Objectives: It can be difficult to differentiate multiple system atrophy (MSA) with predominant parkinsonism (MSA-P), a very disabling but rare disease, from Parkinson's disease (PD). Autonomic dysfunction, particularly cardiovascular autonomic neuropathy (CAN), is classically more pronounced in MSA. We investigated whether testing for CAN combined with sweat function assessment was helpful to differentiate patients with MSA from those with PD.
Methods: In this retrospective study, 62 patients with MSA-P and 96 with PD, comparable in age, BMI and sex ratio with disease duration of 4.3±2.5 years for MSA vs. 11.5±6 years for PD (P<0.0001) were tested for CAN using heart rate changes with deep breathing (HR-DB), stand test (HR-ST) and Valsalva maneuver (HR-VM) and blood pressure changes during stand test (BPs-ST and BPd-ST), Valsalva maneuver (BPs-VM-II and IV), hand grip (BPd-HG) and the total "Ewing" score tests (EwS), and for sweating function using electrochemical skin conductance for hands and feet (HESC and FESC).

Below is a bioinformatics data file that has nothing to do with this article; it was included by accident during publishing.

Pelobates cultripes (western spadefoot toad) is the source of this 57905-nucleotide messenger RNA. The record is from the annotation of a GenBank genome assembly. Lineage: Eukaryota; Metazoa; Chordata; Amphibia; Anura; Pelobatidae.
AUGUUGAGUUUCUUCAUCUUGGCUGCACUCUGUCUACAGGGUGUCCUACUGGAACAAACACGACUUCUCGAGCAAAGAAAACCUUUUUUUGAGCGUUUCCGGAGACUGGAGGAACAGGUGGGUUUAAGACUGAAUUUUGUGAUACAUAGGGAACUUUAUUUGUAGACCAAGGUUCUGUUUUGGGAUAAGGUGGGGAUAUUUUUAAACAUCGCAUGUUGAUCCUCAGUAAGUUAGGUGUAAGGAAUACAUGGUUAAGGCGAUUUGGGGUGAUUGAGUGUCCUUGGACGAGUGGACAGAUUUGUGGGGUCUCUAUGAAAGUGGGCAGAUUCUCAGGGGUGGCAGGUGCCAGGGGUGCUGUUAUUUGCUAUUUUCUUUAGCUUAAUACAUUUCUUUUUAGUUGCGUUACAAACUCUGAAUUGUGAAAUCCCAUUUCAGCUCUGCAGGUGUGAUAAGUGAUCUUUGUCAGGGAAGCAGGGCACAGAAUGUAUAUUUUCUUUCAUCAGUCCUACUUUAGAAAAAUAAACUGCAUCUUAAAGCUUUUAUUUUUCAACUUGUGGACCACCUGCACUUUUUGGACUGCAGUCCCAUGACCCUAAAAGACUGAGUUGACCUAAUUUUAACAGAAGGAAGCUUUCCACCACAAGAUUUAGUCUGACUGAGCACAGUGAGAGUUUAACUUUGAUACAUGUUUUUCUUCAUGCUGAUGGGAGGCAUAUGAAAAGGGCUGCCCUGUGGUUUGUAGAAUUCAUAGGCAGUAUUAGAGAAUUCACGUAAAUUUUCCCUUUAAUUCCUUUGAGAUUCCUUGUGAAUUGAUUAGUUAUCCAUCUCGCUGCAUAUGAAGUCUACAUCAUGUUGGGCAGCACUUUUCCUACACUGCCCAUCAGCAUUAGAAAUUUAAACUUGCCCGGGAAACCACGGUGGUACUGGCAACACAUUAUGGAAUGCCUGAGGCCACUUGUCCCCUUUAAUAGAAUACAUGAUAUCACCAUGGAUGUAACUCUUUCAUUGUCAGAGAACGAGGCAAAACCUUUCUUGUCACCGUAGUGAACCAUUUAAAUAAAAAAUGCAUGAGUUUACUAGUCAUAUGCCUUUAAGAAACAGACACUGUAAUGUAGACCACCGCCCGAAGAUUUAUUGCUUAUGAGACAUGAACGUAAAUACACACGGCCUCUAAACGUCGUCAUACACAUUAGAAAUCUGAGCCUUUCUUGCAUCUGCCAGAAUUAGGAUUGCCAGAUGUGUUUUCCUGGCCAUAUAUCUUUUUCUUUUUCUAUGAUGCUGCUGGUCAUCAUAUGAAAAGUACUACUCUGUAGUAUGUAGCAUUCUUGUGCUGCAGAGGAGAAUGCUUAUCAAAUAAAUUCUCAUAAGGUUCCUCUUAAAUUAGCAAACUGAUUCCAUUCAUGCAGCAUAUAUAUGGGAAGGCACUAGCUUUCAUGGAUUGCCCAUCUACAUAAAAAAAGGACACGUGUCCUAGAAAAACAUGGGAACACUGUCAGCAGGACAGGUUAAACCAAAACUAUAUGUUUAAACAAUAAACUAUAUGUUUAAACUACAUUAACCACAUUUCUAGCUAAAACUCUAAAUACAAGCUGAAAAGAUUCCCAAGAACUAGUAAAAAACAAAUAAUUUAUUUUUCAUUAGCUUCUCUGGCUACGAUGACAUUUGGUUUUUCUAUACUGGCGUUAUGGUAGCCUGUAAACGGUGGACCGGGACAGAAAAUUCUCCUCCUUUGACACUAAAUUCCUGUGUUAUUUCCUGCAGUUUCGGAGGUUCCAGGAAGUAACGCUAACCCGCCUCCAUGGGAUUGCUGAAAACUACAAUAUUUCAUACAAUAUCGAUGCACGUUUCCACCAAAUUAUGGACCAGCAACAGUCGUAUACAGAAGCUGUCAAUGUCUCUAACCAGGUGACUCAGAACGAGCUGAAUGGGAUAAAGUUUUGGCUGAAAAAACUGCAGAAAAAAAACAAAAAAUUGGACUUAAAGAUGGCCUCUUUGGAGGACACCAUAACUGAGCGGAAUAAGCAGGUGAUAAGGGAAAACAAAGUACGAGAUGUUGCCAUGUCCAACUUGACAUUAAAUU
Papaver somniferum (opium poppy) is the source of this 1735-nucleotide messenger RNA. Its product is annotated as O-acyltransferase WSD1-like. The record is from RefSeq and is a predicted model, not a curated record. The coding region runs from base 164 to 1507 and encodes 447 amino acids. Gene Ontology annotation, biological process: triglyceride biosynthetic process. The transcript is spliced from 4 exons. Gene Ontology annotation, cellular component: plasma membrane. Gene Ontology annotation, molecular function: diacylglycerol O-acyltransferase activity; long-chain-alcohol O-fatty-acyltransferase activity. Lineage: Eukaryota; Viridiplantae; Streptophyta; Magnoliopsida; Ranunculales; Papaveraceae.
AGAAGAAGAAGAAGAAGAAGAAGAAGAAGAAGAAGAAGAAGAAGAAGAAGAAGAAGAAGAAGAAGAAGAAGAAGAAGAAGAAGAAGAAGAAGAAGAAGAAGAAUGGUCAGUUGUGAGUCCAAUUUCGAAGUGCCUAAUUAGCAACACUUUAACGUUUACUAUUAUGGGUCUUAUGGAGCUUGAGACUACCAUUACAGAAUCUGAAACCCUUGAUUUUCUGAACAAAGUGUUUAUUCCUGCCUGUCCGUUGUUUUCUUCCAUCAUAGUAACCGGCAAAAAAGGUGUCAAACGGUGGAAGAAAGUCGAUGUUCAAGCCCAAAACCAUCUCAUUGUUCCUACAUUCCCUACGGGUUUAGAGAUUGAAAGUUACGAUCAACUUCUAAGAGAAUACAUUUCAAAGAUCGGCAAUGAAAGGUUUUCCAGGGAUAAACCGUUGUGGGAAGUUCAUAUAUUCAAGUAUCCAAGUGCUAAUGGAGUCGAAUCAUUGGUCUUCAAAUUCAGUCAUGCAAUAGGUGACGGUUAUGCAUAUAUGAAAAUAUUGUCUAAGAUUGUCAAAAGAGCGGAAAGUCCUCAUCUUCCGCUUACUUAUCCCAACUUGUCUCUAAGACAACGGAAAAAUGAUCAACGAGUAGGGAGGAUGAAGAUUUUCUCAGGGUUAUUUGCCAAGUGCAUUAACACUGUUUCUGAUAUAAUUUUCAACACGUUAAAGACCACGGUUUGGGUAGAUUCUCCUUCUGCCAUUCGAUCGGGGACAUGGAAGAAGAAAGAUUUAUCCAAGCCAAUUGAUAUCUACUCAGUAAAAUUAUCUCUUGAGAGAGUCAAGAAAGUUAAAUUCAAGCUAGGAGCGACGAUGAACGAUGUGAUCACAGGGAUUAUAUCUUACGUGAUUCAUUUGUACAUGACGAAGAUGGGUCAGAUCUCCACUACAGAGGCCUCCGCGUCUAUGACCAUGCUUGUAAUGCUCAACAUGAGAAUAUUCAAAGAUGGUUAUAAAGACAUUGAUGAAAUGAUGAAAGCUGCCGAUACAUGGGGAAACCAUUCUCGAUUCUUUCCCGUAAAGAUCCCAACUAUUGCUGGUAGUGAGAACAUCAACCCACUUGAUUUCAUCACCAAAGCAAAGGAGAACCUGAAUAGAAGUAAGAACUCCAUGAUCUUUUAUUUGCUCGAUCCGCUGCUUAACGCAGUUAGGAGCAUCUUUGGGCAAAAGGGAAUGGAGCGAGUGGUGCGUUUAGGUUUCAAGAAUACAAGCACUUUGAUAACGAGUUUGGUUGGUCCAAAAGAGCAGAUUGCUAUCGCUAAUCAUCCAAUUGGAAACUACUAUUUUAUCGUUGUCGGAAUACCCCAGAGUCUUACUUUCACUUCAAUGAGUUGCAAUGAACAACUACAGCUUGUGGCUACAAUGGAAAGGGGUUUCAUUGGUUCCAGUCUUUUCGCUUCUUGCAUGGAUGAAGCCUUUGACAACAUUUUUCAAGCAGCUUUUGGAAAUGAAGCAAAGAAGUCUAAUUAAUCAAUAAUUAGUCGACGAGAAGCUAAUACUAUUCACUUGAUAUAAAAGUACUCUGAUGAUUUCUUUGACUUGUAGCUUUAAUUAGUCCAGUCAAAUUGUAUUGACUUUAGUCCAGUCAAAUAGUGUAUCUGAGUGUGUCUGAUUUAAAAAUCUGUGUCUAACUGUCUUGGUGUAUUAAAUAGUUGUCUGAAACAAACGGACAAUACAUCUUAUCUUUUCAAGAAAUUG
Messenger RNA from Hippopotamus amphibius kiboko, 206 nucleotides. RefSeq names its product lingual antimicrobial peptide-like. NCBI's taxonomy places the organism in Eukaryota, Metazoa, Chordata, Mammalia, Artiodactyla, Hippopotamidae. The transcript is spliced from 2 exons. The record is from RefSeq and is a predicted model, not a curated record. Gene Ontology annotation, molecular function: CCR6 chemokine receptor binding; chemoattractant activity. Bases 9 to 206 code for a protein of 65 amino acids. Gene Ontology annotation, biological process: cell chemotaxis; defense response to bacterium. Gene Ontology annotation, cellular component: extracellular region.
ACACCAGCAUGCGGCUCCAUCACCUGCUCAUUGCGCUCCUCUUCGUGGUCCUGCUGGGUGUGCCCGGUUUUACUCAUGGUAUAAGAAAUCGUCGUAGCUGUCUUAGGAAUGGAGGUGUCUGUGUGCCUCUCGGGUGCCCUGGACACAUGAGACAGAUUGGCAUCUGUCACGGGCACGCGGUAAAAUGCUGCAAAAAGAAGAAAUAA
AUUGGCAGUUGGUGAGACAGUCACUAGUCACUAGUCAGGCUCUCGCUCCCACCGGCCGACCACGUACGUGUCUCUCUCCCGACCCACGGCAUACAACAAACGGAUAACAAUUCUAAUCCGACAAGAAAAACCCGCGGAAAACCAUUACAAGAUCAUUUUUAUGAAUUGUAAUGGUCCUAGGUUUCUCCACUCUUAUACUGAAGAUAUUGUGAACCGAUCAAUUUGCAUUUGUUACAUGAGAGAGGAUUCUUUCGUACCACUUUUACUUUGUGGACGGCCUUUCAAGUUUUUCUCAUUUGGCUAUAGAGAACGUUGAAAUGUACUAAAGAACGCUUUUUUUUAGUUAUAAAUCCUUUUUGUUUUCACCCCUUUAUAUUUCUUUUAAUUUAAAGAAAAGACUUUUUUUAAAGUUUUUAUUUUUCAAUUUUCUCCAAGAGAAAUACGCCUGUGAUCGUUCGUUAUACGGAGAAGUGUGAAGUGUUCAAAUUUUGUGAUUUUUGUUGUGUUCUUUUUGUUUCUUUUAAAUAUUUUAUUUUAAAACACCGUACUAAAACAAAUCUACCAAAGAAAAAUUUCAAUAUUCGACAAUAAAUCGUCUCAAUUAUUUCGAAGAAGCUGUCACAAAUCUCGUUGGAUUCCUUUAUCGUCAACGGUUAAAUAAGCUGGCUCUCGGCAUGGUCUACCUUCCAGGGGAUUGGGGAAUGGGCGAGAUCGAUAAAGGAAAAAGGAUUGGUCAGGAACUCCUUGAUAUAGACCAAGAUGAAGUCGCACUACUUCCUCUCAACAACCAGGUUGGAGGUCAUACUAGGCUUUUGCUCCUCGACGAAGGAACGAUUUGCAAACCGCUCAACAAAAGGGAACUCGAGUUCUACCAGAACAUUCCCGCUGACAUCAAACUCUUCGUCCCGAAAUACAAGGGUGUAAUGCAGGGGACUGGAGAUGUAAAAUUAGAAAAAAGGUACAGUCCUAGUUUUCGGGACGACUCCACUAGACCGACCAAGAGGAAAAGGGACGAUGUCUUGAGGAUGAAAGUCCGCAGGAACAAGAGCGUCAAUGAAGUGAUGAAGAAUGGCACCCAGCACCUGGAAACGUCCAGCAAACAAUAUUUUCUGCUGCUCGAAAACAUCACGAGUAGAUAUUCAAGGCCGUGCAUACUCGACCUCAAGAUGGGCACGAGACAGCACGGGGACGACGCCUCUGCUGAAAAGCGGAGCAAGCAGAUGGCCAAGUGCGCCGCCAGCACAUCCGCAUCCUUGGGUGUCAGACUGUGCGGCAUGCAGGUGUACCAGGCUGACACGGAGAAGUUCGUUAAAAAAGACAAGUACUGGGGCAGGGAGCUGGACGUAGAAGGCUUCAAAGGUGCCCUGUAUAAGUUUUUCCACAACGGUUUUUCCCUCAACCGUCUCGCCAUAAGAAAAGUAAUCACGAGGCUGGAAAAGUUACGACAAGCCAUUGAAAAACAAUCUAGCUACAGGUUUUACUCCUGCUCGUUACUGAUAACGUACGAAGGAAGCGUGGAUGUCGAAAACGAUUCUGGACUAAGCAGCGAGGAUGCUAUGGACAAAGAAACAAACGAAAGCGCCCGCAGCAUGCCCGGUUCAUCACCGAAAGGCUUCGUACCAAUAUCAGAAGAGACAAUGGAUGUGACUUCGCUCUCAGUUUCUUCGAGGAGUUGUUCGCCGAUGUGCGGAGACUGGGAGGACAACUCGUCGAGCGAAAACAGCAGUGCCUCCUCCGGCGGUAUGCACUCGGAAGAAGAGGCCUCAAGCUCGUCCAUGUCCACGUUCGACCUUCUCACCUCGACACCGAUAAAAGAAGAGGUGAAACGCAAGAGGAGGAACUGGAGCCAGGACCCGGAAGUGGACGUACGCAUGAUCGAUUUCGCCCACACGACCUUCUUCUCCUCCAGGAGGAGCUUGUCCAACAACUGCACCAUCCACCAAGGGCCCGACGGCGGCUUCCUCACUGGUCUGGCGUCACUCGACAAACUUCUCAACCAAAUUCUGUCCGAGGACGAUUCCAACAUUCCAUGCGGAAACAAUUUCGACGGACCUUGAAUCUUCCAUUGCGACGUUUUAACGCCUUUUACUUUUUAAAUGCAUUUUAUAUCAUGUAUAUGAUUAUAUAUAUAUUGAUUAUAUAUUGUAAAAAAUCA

Results: In MSA-P abnormal EwS, HR-DB, BP-ST and ESC were more frequent compared to PD, despite longer disease duration for PD. Using a model adjusted for sex, BMI, age, disease duration and treatment, the Odds Ratio for having MSA-P vs. PD based on EwS was 2.71, on HR-DB 2.36, on BP-ST 2.87 and on ESC 4.94 while it was 11.68 (2.17-62.79) for the combination of the three last tests.
Conclusion: Assessment of HR-DB, BP-ST and ESC, that is, rapid and non-invasive could be helpful in combination as a first simple screening to differentiate MSA-P from PD.
Keywords: Autonomic failure; Cardiovascular testing; Multiple system atrophy; Parkinson's disease; Sweating assessment.
Copyright © 2017 Elsevier Masson SAS. All rights reserved.